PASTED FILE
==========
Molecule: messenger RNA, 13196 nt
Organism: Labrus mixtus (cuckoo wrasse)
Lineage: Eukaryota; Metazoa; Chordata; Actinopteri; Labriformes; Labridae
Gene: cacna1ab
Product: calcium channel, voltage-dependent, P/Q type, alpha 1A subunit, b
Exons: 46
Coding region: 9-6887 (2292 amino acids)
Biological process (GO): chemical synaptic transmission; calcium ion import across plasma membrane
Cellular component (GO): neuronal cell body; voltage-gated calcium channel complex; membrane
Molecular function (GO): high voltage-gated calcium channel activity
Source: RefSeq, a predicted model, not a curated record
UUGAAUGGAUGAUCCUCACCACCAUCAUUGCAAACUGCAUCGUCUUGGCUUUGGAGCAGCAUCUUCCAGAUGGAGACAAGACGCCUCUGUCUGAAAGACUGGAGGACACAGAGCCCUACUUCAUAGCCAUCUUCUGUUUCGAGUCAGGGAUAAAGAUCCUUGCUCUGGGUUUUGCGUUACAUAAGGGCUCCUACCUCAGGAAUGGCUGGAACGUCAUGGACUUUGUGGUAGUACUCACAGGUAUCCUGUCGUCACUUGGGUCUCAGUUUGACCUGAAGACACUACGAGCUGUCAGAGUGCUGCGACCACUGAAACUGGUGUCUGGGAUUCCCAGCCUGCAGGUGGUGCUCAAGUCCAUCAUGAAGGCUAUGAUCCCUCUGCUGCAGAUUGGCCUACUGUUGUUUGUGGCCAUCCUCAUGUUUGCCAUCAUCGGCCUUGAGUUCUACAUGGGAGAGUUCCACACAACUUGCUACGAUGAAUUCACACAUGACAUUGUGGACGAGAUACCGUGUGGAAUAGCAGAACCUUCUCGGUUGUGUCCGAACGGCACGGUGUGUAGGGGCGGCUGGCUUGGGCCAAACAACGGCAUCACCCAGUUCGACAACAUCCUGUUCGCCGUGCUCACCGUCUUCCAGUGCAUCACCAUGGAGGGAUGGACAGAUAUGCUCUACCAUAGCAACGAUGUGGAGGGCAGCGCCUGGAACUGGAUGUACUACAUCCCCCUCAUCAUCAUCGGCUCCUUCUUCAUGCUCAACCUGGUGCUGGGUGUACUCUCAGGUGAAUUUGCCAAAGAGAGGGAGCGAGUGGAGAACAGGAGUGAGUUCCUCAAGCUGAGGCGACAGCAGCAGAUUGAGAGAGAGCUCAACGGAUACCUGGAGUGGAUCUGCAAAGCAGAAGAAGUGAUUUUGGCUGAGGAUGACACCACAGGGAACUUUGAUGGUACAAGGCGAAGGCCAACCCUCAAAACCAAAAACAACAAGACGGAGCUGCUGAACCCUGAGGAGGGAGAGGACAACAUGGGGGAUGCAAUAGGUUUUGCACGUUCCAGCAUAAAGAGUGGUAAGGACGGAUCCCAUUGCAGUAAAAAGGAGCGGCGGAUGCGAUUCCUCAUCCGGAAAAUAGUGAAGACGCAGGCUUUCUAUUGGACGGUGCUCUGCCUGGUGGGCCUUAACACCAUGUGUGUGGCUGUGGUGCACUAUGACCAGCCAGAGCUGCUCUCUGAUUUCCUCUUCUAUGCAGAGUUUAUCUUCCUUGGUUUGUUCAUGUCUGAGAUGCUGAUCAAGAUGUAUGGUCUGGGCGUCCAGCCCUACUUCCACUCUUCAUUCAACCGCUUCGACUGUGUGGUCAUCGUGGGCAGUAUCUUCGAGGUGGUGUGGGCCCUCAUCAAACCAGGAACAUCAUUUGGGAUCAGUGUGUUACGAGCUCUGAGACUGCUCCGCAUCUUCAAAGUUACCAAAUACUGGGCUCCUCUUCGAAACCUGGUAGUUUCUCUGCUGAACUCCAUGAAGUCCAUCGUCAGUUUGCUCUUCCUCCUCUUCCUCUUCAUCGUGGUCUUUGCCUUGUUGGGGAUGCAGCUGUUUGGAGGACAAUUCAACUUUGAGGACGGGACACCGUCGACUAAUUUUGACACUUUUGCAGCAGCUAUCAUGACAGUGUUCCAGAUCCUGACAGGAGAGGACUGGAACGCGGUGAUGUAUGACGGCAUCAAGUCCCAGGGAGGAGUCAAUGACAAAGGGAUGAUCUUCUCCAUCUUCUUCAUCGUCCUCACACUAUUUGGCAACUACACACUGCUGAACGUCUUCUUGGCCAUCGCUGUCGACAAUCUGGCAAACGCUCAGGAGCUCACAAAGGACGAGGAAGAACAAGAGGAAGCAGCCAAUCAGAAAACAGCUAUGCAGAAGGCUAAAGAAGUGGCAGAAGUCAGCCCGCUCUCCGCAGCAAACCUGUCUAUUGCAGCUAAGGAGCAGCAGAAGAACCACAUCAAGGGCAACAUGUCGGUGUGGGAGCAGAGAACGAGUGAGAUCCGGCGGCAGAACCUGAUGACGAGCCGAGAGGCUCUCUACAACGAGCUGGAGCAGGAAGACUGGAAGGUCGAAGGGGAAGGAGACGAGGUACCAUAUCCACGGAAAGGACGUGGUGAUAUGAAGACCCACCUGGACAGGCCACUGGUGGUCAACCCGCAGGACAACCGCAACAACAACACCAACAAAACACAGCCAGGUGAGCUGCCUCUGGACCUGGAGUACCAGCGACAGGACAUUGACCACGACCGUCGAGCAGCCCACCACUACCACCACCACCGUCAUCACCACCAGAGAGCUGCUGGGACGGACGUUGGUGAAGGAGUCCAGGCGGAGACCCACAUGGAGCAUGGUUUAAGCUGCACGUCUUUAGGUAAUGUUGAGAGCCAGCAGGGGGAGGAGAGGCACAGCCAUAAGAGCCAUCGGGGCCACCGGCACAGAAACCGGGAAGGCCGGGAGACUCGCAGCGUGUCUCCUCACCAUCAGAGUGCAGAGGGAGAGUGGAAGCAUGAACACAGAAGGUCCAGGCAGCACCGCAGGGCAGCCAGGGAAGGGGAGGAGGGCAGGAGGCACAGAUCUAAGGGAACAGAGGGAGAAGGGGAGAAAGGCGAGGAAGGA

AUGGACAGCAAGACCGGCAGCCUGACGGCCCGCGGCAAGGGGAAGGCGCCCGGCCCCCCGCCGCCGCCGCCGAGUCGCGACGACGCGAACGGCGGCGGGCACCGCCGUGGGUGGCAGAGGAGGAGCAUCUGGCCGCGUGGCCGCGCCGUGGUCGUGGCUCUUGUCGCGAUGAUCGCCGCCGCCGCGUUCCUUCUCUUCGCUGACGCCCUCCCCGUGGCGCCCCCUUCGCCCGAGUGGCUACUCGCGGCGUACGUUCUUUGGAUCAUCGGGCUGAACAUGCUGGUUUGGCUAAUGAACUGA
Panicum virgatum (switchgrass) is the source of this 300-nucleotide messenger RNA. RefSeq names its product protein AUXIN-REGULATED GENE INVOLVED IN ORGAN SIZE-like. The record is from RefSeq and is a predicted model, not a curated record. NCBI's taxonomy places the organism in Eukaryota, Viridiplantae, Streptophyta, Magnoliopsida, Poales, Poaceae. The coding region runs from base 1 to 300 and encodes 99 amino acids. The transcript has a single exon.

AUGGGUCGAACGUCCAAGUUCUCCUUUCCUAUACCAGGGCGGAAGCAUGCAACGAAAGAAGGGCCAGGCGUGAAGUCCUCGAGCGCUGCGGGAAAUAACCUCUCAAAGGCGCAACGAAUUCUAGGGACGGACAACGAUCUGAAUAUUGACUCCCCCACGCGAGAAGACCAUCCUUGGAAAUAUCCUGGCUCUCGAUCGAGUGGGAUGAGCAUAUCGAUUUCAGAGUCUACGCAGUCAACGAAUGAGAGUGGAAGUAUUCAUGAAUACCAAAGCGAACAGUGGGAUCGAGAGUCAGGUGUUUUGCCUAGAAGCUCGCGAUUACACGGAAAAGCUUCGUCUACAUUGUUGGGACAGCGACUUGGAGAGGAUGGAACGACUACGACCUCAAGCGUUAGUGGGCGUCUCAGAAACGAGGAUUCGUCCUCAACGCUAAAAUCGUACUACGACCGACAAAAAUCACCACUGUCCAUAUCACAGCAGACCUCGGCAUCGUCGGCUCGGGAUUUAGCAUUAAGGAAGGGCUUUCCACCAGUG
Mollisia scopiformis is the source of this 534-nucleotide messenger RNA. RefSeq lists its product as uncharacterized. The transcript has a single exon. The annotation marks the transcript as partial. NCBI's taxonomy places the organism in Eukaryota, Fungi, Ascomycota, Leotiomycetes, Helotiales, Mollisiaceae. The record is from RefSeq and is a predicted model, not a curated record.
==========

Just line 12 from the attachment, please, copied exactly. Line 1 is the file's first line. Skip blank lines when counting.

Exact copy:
UUGAAUGGAUGAUCCUCACCACCAUCAUUGCAAACUGCAUCGUCUUGGCUUUGGAGCAGCAUCUUCCAGAUGGAGACAAGACGCCUCUGUCUGAAAGACUGGAGGACACAGAGCCCUACUUCAUAGCCAUCUUCUGUUUCGAGUCAGGGAUAAAGAUCCUUGCUCUGGGUUUUGCGUUACAUAAGGGCUCCUACCUCAGGAAUGGCUGGAACGUCAUGGACUUUGUGGUAGUACUCACAGGUAUCCUGUCGUCACUUGGGUCUCAGUUUGACCUGAAGACACUACGAGCUGUCAGAGUGCUGCGACCACUGAAACUGGUGUCUGGGAUUCCCAGCCUGCAGGUGGUGCUCAAGUCCAUCAUGAAGGCUAUGAUCCCUCUGCUGCAGAUUGGCCUACUGUUGUUUGUGGCCAUCCUCAUGUUUGCCAUCAUCGGCCUUGAGUUCUACAUGGGAGAGUUCCACACAACUUGCUACGAUGAAUUCACACAUGACAUUGUGGACGAGAUACCGUGUGGAAUAGCAGAACCUUCUCGGUUGUGUCCGAACGGCACGGUGUGUAGGGGCGGCUGGCUUGGGCCAAACAACGGCAUCACCCAGUUCGACAACAUCCUGUUCGCCGUGCUCACCGUCUUCCAGUGCAUCACCAUGGAGGGAUGGACAGAUAUGCUCUACCAUAGCAACGAUGUGGAGGGCAGCGCCUGGAACUGGAUGUACUACAUCCCCCUCAUCAUCAUCGGCUCCUUCUUCAUGCUCAACCUGGUGCUGGGUGUACUCUCAGGUGAAUUUGCCAAAGAGAGGGAGCGAGUGGAGAACAGGAGUGAGUUCCUCAAGCUGAGGCGACAGCAGCAGAUUGAGAGAGAGCUCAACGGAUACCUGGAGUGGAUCUGCAAAGCAGAAGAAGUGAUUUUGGCUGAGGAUGACACCACAGGGAACUUUGAUGGUACAAGGCGAAGGCCAACCCUCAAAACCAAAAACAACAAGACGGAGCUGCUGAACCCUGAGGAGGGAGAGGACAACAUGGGGGAUGCAAUAGGUUUUGCACGUUCCAGCAUAAAGAGUGGUAAGGACGGAUCCCAUUGCAGUAAAAAGGAGCGGCGGAUGCGAUUCCUCAUCCGGAAAAUAGUGAAGACGCAGGCUUUCUAUUGGACGGUGCUCUGCCUGGUGGGCCUUAACACCAUGUGUGUGGCUGUGGUGCACUAUGACCAGCCAGAGCUGCUCUCUGAUUUCCUCUUCUAUGCAGAGUUUAUCUUCCUUGGUUUGUUCAUGUCUGAGAUGCUGAUCAAGAUGUAUGGUCUGGGCGUCCAGCCCUACUUCCACUCUUCAUUCAACCGCUUCGACUGUGUGGUCAUCGUGGGCAGUAUCUUCGAGGUGGUGUGGGCCCUCAUCAAACCAGGAACAUCAUUUGGGAUCAGUGUGUUACGAGCUCUGAGACUGCUCCGCAUCUUCAAAGUUACCAAAUACUGGGCUCCUCUUCGAAACCUGGUAGUUUCUCUGCUGAACUCCAUGAAGUCCAUCGUCAGUUUGCUCUUCCUCCUCUUCCUCUUCAUCGUGGUCUUUGCCUUGUUGGGGAUGCAGCUGUUUGGAGGACAAUUCAACUUUGAGGACGGGACACCGUCGACUAAUUUUGACACUUUUGCAGCAGCUAUCAUGACAGUGUUCCAGAUCCUGACAGGAGAGGACUGGAACGCGGUGAUGUAUGACGGCAUCAAGUCCCAGGGAGGAGUCAAUGACAAAGGGAUGAUCUUCUCCAUCUUCUUCAUCGUCCUCACACUAUUUGGCAACUACACACUGCUGAACGUCUUCUUGGCCAUCGCUGUCGACAAUCUGGCAAACGCUCAGGAGCUCACAAAGGACGAGGAAGAACAAGAGGAAGCAGCCAAUCAGAAAACAGCUAUGCAGAAGGCUAAAGAAGUGGCAGAAGUCAGCCCGCUCUCCGCAGCAAACCUGUCUAUUGCAGCUAAGGAGCAGCAGAAGAACCACAUCAAGGGCAACAUGUCGGUGUGGGAGCAGAGAACGAGUGAGAUCCGGCGGCAGAACCUGAUGACGAGCCGAGAGGCUCUCUACAACGAGCUGGAGCAGGAAGACUGGAAGGUCGAAGGGGAAGGAGACGAGGUACCAUAUCCACGGAAAGGACGUGGUGAUAUGAAGACCCACCUGGACAGGCCACUGGUGGUCAACCCGCAGGACAACCGCAACAACAACACCAACAAAACACAGCCAGGUGAGCUGCCUCUGGACCUGGAGUACCAGCGACAGGACAUUGACCACGACCGUCGAGCAGCCCACCACUACCACCACCACCGUCAUCACCACCAGAGAGCUGCUGGGACGGACGUUGGUGAAGGAGUCCAGGCGGAGACCCACAUGGAGCAUGGUUUAAGCUGCACGUCUUUAGGUAAUGUUGAGAGCCAGCAGGGGGAGGAGAGGCACAGCCAUAAGAGCCAUCGGGGCCACCGGCACAGAAACCGGGAAGGCCGGGAGACUCGCAGCGUGUCUCCUCACCAUCAGAGUGCAGAGGGAGAGUGGAAGCAUGAACACAGAAGGUCCAGGCAGCACCGCAGGGCAGCCAGGGAAGGGGAGGAGGGCAGGAGGCACAGAUCUAAGGGAACAGAGGGAGAAGGGGAGAAAGGCGAGGAAGGA